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Anyone checked the accuraccy of their digital angle gauge?

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Eric The Viking

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I mean ones like this:


I bought one a while back, but it's miles off for anything other than 90 degrees. Total waste of money (n.b.: I didn't buy it from Axminster, nor is it the Gem Red brand).

I'm trying to find out if I just got a duff one, or if other people have had similar problems. My guess is that they're actually nothing like as accurate as claimed, but that few people actually check!

So if anyone else is as pedantic as me, please post your results!

Thanks,

E.

PS: I've a feeling I posted about this before - if so, apologies and just ignore me!
 

jimi43

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I use my secret santa present 2010 all the time and it is spot on...



That's lined up with my 20 degree bed on the chariot.

It's a GEM RED brand.

Jim
 

RogerP

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Eric The Viking":1gitbe9e said:
Thanks guys.
I've done a systematic test, which I"ll write up this evening. It seems that when mine is right it's perfect, but sometimes it loses the plot completely.
E.
When I first had mine (couple of years ago) I experienced that sort of problem at times. I changed the cell for a new good make one and all has been fine since.
 

Pete Maddex

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Hi, Eric

I think they all use slotted disks so it could be dirt or the sensors failing.

Pete
 

pswallace

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'Just tested mine (TREND) against the incra 1000se mitre gauge ,picked out A few random angles and it was spot on.

Sometimes mobile phones,micro waves . .so on can affect digital readouts. I have A small set of digital scales that go haywire if near the phone.
 

Eric The Viking

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pswallace":3bgok3ty said:
'Just tested mine (TREND) against the incra 1000se mitre gauge ,picked out A few random angles and it was spot on.

Sometimes mobile phones,micro waves . .so on can affect digital readouts. I have A small set of digital scales that go haywire if near the phone.
That's really interesting.

Thanks to everyone who checked theirs.

If I had to sum mine up in a word, it would be "inconsistent." Not being blessed with an Incra mitre gauge (wrong mitre slots, etc!), I printed out[1] a range of angles onto A3 paper and checked against that.
angles-800-559.png

Observed errors
  • It doesn't increment and decrement the readout sequentially. If you move the arms, it will stick and then jump as much as two degrees in one go.
  • I can get a repeatable error at 60deg., which I'd guess to be of the order of two degrees.
  • The errors can appear to be quasi-random, for example as bad as 15deg off at 60deg (evidently not counting properly), then bang-on, then off by a couple of degrees.
  • Sometimes there is a consistent error through the quadrant, sometimes it starts incorrectly (at 10 and 15), then self-corrects to be right at, say, 30 onwards. I can't understand the reason for this, unless there is some form of parity checking or encoding of actual angle (rather than just counting pulses).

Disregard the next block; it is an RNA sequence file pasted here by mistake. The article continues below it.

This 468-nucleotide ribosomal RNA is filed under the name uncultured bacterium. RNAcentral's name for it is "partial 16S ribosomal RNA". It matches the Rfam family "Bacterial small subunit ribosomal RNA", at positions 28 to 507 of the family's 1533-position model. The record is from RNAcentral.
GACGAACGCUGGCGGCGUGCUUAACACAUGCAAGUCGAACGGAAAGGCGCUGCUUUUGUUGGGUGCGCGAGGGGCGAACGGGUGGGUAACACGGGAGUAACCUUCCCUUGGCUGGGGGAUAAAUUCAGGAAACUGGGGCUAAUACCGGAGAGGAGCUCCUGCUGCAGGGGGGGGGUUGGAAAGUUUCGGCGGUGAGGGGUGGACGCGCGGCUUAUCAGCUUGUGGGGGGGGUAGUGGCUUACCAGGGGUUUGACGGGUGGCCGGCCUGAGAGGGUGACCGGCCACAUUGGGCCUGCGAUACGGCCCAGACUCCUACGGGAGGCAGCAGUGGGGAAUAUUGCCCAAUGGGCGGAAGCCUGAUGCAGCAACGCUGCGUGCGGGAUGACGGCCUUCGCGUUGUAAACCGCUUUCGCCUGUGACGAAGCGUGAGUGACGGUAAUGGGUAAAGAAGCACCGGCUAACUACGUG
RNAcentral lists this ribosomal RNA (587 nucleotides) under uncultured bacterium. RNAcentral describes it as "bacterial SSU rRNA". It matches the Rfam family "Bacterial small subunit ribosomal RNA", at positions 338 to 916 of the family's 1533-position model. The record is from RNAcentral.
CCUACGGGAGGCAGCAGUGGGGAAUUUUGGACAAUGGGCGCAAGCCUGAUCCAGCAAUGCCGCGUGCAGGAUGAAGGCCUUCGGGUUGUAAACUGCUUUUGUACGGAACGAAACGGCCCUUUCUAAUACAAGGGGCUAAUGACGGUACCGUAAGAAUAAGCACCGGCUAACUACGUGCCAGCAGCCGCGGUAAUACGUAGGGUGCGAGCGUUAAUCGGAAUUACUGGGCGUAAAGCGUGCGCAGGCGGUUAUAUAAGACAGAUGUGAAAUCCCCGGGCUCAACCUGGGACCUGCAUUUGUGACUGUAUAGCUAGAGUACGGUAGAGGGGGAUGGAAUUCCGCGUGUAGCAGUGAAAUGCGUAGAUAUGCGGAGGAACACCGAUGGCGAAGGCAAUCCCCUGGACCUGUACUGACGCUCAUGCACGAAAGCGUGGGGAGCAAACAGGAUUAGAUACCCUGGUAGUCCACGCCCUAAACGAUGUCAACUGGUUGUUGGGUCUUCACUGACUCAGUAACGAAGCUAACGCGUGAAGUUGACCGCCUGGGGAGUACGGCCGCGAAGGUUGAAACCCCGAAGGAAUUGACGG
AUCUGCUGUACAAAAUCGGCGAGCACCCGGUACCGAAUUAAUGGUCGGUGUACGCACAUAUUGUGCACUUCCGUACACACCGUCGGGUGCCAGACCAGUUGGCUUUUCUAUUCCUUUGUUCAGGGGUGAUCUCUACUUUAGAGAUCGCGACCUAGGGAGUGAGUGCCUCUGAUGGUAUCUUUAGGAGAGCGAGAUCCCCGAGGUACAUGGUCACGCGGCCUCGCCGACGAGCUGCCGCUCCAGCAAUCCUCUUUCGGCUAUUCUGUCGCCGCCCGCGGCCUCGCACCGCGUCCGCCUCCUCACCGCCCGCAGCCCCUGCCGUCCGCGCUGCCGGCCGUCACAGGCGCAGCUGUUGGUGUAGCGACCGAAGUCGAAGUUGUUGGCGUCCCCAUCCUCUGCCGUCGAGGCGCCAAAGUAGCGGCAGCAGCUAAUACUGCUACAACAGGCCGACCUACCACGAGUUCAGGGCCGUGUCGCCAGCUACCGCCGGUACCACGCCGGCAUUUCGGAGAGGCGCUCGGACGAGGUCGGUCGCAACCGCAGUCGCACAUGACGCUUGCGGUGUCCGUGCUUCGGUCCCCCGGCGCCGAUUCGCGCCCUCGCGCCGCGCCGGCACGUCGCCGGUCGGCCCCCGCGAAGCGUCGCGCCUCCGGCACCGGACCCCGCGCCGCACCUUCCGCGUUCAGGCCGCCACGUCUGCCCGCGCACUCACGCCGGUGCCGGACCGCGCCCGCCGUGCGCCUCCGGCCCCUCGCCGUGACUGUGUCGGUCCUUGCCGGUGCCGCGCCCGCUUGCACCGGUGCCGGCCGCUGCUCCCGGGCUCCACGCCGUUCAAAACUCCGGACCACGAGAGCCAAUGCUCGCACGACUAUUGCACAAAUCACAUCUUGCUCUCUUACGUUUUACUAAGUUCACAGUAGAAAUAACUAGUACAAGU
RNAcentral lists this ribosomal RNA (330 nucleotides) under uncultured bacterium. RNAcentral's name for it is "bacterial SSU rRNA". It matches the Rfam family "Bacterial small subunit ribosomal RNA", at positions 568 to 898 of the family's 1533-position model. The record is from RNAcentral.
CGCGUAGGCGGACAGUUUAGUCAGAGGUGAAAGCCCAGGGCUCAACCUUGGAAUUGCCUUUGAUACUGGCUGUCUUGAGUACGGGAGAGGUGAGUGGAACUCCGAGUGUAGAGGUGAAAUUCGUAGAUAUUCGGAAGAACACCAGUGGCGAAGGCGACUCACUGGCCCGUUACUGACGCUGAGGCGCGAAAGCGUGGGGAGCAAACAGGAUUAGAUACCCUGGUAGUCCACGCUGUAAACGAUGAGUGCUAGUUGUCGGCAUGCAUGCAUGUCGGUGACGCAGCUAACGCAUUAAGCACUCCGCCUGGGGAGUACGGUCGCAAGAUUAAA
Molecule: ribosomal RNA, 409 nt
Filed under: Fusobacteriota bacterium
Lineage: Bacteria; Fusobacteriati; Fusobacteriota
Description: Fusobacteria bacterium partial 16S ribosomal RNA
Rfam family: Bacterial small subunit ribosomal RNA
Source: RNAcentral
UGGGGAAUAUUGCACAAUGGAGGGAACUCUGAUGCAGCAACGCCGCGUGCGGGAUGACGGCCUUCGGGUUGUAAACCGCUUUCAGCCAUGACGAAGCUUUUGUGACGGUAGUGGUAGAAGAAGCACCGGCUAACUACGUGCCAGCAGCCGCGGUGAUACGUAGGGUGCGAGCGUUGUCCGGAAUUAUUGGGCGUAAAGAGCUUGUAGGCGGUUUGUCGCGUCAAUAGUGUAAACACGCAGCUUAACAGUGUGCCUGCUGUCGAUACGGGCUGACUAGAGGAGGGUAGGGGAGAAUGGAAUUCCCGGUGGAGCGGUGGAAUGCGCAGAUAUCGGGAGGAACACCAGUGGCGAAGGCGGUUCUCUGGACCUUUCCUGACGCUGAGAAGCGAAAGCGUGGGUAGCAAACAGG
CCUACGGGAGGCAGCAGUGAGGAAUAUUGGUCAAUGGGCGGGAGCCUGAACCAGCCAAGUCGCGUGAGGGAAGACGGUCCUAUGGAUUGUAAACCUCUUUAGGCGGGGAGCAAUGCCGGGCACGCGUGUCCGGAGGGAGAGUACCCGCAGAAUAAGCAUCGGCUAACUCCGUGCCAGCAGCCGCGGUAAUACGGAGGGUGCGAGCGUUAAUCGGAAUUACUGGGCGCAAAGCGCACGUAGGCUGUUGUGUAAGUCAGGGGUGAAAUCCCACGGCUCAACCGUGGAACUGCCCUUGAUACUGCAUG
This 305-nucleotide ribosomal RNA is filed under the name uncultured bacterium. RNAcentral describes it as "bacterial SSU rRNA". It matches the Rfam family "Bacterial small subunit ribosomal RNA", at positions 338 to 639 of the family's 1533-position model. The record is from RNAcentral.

Mechanical issues
The two arms of the thing are not identically sized. The upper one is narrower than the bottom one: 34.7mm compared to 35.1mm (+/- 0.05mm). At the hinge, the difference is split between the two sides - asymmetrically! Thus neither side can be zeroed against a flat surface.

I haven't tested it with obtuse angles, partly because of printing difficulties, partly because I'm unlikely to use it that way.
I've tried four, different, nominally good batteries in it with similar results[2].


So I think I'm giving up on this unit. It's evidently a cheap copy of something like a GemRed one. I'm still undecided about replacing it, but I'll look at the build quality of Trend and Gem Red, and possibly take my piece of A3 to the shop when I go!

Thanks for everyone's inputs.

Regards,

E.

[1] This isn't as rough as it seems. The lines were created in Corel Draw, which is a vector drawing package with a nominal angular accuracy of 1/100 degree, and printed on a laser at up to 1200dpi - far higher resolution than I can see with the naked eye these days! For 'ease of use' I made the lines 2pt thickness (it will do much thinner, but they get very hard to see except in really bright light). The image above is a rendered and scaled version of the original. To print it, I sent it directly as vectors from Corel Draw - the laser rasterized it, thus minimizing any floating point/rounding errors.

[2] The brand new battery was better than the lowest voltage one (still within spec). This may be due to the RF interference PSW reports (above). I've yet to try screening the thing (a bit tricky, but probably possible) and repeating the experiment. It has a flat metal surface in proximity to the circuitry, which may alter its susceptibility (could go either way, depending on the frequency involved and the direction it's coming from.)

[edited after a second coffee, to improve legibility, etc.]
 

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